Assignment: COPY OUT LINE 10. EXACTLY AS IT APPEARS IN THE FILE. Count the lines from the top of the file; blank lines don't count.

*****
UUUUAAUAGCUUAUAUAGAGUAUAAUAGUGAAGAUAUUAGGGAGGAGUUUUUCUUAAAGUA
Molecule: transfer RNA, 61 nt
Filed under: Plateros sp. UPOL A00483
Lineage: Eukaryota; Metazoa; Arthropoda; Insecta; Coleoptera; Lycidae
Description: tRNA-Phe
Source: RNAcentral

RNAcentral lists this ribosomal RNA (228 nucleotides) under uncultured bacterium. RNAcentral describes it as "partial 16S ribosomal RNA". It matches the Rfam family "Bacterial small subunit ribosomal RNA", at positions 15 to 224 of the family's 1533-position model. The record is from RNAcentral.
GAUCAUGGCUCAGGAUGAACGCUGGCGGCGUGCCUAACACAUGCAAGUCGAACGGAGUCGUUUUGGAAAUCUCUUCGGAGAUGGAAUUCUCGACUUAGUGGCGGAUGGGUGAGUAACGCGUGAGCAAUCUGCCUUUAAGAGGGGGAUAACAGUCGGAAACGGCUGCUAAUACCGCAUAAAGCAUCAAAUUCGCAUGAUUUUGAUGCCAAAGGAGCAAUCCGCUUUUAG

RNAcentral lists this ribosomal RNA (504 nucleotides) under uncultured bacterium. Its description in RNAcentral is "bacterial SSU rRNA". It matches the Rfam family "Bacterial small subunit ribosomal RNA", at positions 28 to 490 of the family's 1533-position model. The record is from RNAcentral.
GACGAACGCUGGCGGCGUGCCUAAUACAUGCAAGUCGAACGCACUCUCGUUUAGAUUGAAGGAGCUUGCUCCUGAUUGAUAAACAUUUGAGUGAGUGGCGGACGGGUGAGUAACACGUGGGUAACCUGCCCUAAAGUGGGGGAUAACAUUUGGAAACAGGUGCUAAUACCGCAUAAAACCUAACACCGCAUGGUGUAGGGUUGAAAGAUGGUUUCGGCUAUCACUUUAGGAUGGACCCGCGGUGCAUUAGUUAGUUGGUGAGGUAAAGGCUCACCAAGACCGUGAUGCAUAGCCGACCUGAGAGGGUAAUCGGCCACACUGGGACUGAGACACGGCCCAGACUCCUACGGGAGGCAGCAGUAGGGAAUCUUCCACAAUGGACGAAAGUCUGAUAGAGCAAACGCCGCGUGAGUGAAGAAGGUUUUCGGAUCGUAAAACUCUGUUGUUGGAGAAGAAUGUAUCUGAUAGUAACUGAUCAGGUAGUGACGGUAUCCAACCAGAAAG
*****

GACGAACGCUGGCGGCGUGCCUAAUACAUGCAAGUCGAACGCACUCUCGUUUAGAUUGAAGGAGCUUGCUCCUGAUUGAUAAACAUUUGAGUGAGUGGCGGACGGGUGAGUAACACGUGGGUAACCUGCCCUAAAGUGGGGGAUAACAUUUGGAAACAGGUGCUAAUACCGCAUAAAACCUAACACCGCAUGGUGUAGGGUUGAAAGAUGGUUUCGGCUAUCACUUUAGGAUGGACCCGCGGUGCAUUAGUUAGUUGGUGAGGUAAAGGCUCACCAAGACCGUGAUGCAUAGCCGACCUGAGAGGGUAAUCGGCCACACUGGGACUGAGACACGGCCCAGACUCCUACGGGAGGCAGCAGUAGGGAAUCUUCCACAAUGGACGAAAGUCUGAUAGAGCAAACGCCGCGUGAGUGAAGAAGGUUUUCGGAUCGUAAAACUCUGUUGUUGGAGAAGAAUGUAUCUGAUAGUAACUGAUCAGGUAGUGACGGUAUCCAACCAGAAAG